One hundred and forty-nine. Including chambers, passageways, and antechambers, that was the grand total of how many “rooms” Mafalda’s expedition had mapped at Moetta Cave. And each was somehow more boring and empty than the last.
After five weeks, Maf’s notebook was an encyclopedia of failure.
She tried not to think of it that way, of course. She was still learning. Though her maps portrayed nothing more than empty caverns, they were still improving in the sense of technical skill–tighter lines, clearer pictures. And Professor Banno’s geomorphology lessons unveiled a lot about how Moetta Cave and other big whitestone caverns were formed.
There was no glory to be had, but she told herself she was still getting her tuition’s worth.
And at least she still had one thing to entertain herself between lengthy sessions of depressing boredom spent sketching in an empty cave: Celio’s regularly scheduled interruptions. He didn’t get a lot of free time with the work he did, but every few days he’d manage to sneak off into the bowels of the cave to sit beside her and talk. He’d taken I don’t know you as a challenge to be conquered, a peak to ascend and plant a flag upon.
He had yet to mention the silver buckle since that very first day.
Mafalda was privately glad of that. Knowing it existed, knowing it was just sitting there burning a hole in his pocket while they toiled away in banality… that was rough.
She tried not to think about it at all.
“So do you have any siblings?” Celio asked, munching on a sweet roll. They sat beside a murky, shallow pool in one of the lower caverns, snacking and tossing bits of bread to the pale, eyeless guppies that flitted and curled in loose-knit schools throughout the puddles.
“Nah.” Maf flicked breadcrumbs into the water. The pink-white fish made little ripples across the surface with their seeking mouths. “You?”
A small, fond smile appeared on Celio’s face and disappeared just as quickly, a match for the short-lived ripples. “Yeah,” he said. “I’ve got a brother. I don’t get to see him often.”
“He back up north?” She had yet to ask where he came from. She assumed he’d tell her when he felt comfortable.
“Mhm.” The corners of his mouth twitched downward. “He’s… in prison, actually.”
Mafalda hadn’t been expecting that. She sat up a little straighter, her eyes widening. “Oh.” She’d never known anyone who’d been in jail before. Or had a family member there. Her hometown didn’t even have a jail. She couldn’t remember anyone committing serious enough crimes to need it. “I’m sorry,” she finally said. “That… must be hard.”
“It’s tough not knowing how he’s doing.” Celio’s eyes went distant, his mind on someone hundreds of miles away. “I write to him sometimes, but he’s never answered.”
“Maybe they don’t let him?”
“That could certainly be it.”
She wanted to ask what for, but that felt like an impolite question. Instead, she offered a bit of empathy. Someone wouldn’t mention an incarcerated family member unless empathy was what they were looking for, right? Just someone to talk to. Someone to relate to. Someone to bounce words off of in a dark, lonely cave.
“You’re right about how it’s tough,” she said. “My parents live in Tantuela. It’s a village on the coast. Takes about seven or eight hours on horseback from Medao.”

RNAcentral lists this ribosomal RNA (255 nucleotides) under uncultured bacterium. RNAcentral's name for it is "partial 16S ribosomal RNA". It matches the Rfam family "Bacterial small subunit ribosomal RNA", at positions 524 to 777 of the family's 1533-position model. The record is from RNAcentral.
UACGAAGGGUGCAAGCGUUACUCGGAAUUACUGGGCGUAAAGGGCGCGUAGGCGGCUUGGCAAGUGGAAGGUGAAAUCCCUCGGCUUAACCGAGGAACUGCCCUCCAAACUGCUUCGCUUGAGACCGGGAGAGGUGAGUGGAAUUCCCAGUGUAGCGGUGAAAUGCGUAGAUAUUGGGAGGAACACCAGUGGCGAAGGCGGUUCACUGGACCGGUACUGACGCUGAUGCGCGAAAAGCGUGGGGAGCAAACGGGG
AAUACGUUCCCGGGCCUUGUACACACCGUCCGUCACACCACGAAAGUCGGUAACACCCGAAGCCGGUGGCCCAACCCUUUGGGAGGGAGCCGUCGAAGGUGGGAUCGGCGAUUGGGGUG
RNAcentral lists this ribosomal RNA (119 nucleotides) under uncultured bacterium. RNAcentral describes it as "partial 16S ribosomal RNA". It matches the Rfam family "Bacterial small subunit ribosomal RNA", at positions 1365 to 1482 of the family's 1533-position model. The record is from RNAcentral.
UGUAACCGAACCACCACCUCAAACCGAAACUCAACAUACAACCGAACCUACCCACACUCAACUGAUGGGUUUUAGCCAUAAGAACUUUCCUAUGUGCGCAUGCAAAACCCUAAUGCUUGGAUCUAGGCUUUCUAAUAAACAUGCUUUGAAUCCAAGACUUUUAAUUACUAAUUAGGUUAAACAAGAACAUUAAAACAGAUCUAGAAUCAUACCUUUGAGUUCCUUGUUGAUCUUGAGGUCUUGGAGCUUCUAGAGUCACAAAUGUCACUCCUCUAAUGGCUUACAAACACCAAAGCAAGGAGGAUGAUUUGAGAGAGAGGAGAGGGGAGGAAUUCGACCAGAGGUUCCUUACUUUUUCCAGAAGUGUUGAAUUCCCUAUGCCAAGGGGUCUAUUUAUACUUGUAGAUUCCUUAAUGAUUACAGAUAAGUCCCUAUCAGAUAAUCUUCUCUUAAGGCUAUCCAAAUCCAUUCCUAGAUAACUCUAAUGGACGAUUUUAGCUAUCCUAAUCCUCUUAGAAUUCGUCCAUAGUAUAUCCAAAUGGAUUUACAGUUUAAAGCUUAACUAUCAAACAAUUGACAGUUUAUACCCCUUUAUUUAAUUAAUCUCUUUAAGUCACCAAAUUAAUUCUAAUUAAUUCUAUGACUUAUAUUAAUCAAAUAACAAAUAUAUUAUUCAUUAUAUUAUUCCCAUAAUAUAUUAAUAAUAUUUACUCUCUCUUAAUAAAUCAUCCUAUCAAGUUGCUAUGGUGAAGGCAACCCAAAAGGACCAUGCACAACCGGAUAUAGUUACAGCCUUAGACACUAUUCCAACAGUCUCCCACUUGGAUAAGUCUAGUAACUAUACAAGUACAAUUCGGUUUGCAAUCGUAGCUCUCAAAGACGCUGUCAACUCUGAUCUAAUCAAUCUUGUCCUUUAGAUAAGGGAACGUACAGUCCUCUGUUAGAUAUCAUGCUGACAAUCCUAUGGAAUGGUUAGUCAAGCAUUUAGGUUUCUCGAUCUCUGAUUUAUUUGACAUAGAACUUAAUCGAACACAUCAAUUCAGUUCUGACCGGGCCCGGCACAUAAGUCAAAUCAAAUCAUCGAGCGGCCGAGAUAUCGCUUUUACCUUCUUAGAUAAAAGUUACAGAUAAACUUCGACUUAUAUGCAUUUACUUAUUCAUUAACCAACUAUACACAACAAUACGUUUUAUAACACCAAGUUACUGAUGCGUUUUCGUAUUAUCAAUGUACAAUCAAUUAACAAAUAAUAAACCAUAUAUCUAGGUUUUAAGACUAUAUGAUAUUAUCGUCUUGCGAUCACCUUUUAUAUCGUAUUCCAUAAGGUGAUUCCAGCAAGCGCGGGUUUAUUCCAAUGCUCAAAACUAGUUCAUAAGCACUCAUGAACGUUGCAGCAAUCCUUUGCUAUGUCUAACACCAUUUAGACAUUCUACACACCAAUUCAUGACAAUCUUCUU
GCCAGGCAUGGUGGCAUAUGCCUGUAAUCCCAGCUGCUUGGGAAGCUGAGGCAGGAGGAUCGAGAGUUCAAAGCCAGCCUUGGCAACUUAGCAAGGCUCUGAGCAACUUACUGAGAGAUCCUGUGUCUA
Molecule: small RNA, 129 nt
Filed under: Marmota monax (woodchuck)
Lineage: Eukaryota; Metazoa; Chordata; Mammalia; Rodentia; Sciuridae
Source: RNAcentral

“That doesn’t sound so far away,” he said, only a little judgemental.
“If you own a horse, maybe.” Maf turned her head sideways and gave him a look. “Plus my father’s a fisherman. So unless we set a date weeks in advance, I don’t know whether he’ll even be ashore when I make a trip home.”
“What kind of fisherman?” He seemed interested now, his lunch forgotten.
“Crabs during crab season, whatever else the rest of the year.”
“On a big ship? Or…?”
Mafalda snorted. “There aren’t any big ships in Tantuela.”
“Yeah, I suppose not.” Celio’s teeth flashed in a grin. “My father was a fisherman when I was growing up. Then he got promoted, started working for the fishmonger’s union. I saw him more often back when he still had to go to sea.”
“Fishmonger’s union?” Maf had never heard of such a thing. Medao had unions, she knew the concept. But who on earth needed one to sell fish?
“It’s a Vasa thing,” Celio explained. “There’s a union for everything. And there’s all this disputed water. Captains squabbled for territory and fishing rights all the time. It was only once the Leycenate established the unions that people stopped shooting each other up with cannons over it.”
So he was from Vasile, then. That explained the accent. That was impressively far north. She’d always imagined Vasa folks as paler, more… well… she glanced down toward the murky pool. She’d expected people from the far north to be the color of those cave fish, so pale it hurt to look at them in bright light.
“Everything I’ve heard about Vasile makes it sound painfully complicated,” she said, grinning. “You glad to be down here?”
Celio stretched out his hands, reclining back on the sandy ground. “Well we get more sun down here…”
The personal questions lapsed away into talk of field work and gossip-swapping. Gossip was a hot commodity at Moetta, for lack of anything else for the students to get up to. Maf wondered if anyone gossiped about her and Celio. If people assumed they were knocking boots instead of relaxedly bullshitting.